Over time the price of storage on the Cloud becomes progressively cheaper. This translates to larger storage quotas at the same or slightly reduced price. Different Cloud providers use this as a competitive selling point; there is a higher quota for data storage with a certain provider, so that provider looks like a better option. But is this overemphasised? Do we really need Terabytes of storage for everything? Some large companies and databases will, but other would benefit more from other features from other Cloud Providers. Data storage is a factor, but not the only one.
Of course there is Parkinson’s Law – If you have more time and space then you will quickly find something to fill it up with. So if you have an abundance of computer memory you will find yourself filling it with disorganized and random content; you feel you have the space to spare.
And the problem with this? Sorting through all that data, which is time consuming; not getting into the habit of not really structuring things, which eventually works against you. Companies end up using providers with massive amounts of storage, rather than providers or different packages with the same provider that offer other features.
So what are the options?
– Structure data and files so that hold all the relavent information in a way that is easy to access.
– Question whether you need to hold all those older copies of files, or just the most recent version.
– Look at archiving, especially if you do need older information. Cold storage is significantly cheaper than online, and access time fro some options is less than a minute. If you only access a few time a year the cost is very low.
– Erase any obsolete data. If you cut costs by cutting staff then there is little need to keep all their old files; storing the files may be costing you money. If in doubt, archive them.
If you are in doubt about whether you will need something in the future, then archive it in cold storage. If you don’t need it after about 7 years you are probably safe, but achieved storage is cheap enough to keep it if you still have doubts.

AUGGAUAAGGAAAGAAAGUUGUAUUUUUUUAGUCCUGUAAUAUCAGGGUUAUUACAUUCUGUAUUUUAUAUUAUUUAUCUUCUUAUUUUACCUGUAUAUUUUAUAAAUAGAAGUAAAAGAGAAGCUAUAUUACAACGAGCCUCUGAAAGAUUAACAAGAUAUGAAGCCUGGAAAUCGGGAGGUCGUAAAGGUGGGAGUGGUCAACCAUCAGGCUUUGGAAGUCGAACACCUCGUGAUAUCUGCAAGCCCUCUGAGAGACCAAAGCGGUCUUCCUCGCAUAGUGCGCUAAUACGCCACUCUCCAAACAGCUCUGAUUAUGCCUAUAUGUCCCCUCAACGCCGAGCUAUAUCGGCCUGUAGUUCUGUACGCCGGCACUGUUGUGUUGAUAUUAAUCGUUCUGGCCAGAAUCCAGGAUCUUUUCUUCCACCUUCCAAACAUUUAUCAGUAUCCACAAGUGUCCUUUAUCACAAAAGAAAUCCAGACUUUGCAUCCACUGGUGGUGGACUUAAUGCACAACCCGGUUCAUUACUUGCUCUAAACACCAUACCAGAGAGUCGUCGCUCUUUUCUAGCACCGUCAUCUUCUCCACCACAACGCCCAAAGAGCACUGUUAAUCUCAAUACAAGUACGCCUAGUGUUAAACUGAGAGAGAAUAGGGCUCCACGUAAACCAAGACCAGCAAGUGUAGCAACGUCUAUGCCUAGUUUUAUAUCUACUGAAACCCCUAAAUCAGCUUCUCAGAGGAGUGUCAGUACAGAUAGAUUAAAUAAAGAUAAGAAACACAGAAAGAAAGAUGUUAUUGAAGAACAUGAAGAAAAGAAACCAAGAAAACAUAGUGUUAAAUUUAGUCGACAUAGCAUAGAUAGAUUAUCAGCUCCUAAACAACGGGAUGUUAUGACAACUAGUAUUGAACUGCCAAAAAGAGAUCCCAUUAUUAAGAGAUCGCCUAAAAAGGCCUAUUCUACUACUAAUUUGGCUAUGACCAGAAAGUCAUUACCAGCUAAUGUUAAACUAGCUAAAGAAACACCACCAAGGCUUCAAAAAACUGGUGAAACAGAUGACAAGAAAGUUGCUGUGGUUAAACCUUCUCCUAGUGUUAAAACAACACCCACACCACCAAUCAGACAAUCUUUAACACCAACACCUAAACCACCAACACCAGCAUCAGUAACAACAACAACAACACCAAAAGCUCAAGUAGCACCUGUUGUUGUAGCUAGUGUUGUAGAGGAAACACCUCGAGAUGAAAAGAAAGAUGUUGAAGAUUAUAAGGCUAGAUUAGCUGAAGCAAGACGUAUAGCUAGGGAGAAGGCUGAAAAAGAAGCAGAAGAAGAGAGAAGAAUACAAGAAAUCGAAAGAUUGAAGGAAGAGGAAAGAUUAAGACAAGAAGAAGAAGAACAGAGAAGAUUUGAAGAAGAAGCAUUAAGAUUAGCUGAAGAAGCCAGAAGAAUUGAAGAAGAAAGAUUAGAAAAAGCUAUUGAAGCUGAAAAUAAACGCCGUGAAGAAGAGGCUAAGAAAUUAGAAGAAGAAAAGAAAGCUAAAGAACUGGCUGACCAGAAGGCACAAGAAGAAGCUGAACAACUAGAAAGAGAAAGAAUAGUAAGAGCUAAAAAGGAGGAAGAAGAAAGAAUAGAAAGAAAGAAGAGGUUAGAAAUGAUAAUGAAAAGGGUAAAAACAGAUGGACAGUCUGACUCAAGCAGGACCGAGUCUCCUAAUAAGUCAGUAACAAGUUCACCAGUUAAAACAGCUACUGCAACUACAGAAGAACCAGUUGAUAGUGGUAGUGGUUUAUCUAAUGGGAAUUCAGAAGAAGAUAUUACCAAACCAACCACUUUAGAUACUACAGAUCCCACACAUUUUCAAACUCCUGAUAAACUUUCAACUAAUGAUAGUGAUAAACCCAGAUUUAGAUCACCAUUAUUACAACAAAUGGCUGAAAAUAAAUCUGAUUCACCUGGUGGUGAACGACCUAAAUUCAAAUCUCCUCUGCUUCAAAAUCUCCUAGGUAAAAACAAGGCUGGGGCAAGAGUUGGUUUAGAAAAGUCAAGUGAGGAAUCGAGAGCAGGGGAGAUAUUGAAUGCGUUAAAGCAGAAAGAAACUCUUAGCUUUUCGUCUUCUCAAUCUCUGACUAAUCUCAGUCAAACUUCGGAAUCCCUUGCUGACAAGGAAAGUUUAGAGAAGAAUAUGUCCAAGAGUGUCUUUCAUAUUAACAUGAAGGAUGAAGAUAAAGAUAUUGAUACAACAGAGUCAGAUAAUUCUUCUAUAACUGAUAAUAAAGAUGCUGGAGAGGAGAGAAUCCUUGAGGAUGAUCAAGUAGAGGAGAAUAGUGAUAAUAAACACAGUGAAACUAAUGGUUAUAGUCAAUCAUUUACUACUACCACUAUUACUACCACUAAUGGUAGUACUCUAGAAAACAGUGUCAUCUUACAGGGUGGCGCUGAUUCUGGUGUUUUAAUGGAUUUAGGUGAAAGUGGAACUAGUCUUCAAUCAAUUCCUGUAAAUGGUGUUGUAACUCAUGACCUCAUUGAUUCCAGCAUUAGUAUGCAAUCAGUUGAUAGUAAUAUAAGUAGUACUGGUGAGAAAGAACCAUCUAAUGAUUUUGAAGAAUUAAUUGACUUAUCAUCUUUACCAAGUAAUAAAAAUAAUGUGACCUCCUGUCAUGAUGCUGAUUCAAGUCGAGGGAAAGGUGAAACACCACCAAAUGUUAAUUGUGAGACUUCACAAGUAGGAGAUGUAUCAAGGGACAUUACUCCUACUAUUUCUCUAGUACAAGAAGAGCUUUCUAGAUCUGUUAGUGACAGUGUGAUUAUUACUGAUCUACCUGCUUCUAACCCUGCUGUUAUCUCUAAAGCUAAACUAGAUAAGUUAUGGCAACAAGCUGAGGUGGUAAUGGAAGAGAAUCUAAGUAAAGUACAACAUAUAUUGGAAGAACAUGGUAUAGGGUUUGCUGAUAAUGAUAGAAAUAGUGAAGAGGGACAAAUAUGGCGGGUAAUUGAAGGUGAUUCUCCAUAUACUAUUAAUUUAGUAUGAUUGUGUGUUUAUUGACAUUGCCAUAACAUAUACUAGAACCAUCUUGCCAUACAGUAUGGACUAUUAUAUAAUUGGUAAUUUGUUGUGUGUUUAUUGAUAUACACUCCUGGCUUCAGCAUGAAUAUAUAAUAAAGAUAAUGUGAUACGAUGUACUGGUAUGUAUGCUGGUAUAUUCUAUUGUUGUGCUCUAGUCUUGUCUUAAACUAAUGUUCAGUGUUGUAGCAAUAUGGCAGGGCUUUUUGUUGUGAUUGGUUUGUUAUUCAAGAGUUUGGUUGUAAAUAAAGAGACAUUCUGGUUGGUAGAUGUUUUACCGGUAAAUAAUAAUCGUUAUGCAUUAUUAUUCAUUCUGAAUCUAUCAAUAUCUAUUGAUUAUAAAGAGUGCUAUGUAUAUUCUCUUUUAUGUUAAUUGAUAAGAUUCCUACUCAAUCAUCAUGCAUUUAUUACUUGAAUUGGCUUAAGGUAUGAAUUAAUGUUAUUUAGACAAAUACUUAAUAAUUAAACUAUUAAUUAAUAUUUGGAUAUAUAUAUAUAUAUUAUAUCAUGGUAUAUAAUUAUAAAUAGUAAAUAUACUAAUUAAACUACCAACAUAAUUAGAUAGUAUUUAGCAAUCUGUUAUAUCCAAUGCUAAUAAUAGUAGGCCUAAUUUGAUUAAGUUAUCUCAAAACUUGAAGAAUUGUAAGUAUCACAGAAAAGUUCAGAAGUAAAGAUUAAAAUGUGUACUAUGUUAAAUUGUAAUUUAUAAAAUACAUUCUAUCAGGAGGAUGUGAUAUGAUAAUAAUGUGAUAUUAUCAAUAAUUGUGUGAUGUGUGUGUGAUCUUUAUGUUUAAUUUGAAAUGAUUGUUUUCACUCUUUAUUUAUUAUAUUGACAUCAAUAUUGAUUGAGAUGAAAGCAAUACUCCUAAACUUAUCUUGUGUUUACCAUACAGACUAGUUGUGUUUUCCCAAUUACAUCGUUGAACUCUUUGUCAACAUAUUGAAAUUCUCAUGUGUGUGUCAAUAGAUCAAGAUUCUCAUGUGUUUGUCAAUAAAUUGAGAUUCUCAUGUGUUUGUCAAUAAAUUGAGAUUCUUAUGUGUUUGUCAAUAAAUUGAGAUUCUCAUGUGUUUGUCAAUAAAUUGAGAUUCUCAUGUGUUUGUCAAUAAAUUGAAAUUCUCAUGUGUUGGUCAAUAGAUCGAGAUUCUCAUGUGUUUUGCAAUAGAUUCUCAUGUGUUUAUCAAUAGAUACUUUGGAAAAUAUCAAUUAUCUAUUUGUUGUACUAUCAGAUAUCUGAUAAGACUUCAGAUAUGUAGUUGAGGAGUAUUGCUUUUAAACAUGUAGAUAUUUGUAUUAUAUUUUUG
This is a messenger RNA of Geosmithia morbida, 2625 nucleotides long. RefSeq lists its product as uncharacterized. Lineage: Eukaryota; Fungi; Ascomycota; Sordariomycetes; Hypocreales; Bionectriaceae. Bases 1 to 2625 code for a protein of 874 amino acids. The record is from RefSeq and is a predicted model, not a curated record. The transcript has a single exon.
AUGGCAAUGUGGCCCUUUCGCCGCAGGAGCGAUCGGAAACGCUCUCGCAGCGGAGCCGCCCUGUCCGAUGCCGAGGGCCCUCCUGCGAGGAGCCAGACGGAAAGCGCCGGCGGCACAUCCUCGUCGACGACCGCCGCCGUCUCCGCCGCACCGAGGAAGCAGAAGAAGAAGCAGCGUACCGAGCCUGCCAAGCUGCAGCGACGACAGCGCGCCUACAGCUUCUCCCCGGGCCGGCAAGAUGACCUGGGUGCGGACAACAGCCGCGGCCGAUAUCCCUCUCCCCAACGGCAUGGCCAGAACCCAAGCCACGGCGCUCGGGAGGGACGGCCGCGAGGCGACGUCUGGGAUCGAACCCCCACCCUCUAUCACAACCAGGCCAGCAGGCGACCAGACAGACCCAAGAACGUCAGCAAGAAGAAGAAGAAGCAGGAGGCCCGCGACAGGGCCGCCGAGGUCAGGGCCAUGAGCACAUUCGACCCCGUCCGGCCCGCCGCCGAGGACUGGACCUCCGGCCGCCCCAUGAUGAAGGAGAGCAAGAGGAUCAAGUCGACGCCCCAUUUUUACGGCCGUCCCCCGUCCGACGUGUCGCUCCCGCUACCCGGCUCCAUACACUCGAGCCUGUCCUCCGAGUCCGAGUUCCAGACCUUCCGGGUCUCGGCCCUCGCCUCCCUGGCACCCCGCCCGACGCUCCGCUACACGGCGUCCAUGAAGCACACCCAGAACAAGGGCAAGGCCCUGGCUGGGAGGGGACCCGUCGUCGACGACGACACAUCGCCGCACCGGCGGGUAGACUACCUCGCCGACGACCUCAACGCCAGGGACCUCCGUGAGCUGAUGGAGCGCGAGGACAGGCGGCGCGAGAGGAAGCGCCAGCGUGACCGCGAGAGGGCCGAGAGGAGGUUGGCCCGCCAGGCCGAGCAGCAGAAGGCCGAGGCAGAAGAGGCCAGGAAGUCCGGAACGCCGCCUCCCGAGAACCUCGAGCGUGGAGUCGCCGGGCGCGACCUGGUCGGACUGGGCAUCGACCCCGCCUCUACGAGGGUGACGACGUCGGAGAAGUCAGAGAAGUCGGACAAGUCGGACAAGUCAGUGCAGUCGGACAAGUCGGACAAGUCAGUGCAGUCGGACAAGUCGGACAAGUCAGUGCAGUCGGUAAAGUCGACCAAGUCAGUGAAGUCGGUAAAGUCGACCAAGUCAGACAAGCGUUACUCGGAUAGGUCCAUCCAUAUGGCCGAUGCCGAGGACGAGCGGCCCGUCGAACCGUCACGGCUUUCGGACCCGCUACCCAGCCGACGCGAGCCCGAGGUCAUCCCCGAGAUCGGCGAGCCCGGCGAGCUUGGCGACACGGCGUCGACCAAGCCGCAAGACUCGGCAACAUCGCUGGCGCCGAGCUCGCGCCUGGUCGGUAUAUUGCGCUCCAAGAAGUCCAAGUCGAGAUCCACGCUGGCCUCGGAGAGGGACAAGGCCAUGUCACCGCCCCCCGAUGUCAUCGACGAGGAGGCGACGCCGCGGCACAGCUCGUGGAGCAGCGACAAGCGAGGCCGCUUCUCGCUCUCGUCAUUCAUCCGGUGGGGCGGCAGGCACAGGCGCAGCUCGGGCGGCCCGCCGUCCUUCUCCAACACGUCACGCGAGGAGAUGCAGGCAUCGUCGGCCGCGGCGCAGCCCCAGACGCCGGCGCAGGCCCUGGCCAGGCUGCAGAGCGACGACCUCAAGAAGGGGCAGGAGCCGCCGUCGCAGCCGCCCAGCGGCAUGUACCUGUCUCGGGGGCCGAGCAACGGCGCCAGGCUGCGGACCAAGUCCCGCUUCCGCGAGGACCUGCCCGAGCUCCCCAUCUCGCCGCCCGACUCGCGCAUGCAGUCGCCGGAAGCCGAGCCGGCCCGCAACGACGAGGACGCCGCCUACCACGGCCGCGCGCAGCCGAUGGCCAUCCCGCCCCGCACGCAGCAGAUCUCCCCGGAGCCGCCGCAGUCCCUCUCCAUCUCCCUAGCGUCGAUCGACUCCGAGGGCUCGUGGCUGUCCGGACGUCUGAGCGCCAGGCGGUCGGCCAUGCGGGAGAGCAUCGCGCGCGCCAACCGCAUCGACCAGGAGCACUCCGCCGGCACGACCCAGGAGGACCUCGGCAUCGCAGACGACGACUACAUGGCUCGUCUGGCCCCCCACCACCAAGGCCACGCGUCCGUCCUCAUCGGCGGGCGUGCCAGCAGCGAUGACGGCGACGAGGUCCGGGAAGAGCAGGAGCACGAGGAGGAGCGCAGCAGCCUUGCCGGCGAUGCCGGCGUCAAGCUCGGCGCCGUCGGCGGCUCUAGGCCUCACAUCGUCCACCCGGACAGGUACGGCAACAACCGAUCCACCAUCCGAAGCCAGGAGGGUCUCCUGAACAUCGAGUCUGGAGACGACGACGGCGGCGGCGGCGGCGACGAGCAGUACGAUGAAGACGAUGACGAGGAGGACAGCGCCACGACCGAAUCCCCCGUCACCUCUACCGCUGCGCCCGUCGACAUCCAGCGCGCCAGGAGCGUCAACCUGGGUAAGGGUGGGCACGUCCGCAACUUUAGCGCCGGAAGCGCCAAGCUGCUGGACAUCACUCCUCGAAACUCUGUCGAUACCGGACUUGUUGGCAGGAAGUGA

Large amounts of data are going to be an issue if you have to migrate somewhere. Think about how long it will take to transfer all that data. If you have less in the main operating storage that you use everyday then the transfer will be much faster; and archived information can be transferred latter without you having to halt your regular operation. Really, and memory organization should follow the principle that says you should keep a tidy desk.
There was a rule in 1980’s computing – Generously estimate the resources you need, then buy double that amount. This idea was specifically inspired by memory needs. But back then memory was in Kilobytes or maybe Megabytes, and it was expensive. These days Memory is in Gigabytes or Terabytes, and is one of the cheaper elements of the industry. In the 1980’s you have to make sure you had enough, and used it economically. These days can find ourselves loaded with more than we need, possibly at the expense of other facilities that we might need more. If we have at least twice the estimated amount of memory we should be comfortable. And if not, then cloud usually allows up scaling quite easily if your business expands enough to require it.
Keep data and files that you use every day structured and easily accessible. Older files should be archived, in cheaper memory options like cold storage, because there will be occasion where some of it is needed.
Look into Cold storage archiving.
Look into software defined storage, to estimate requirements.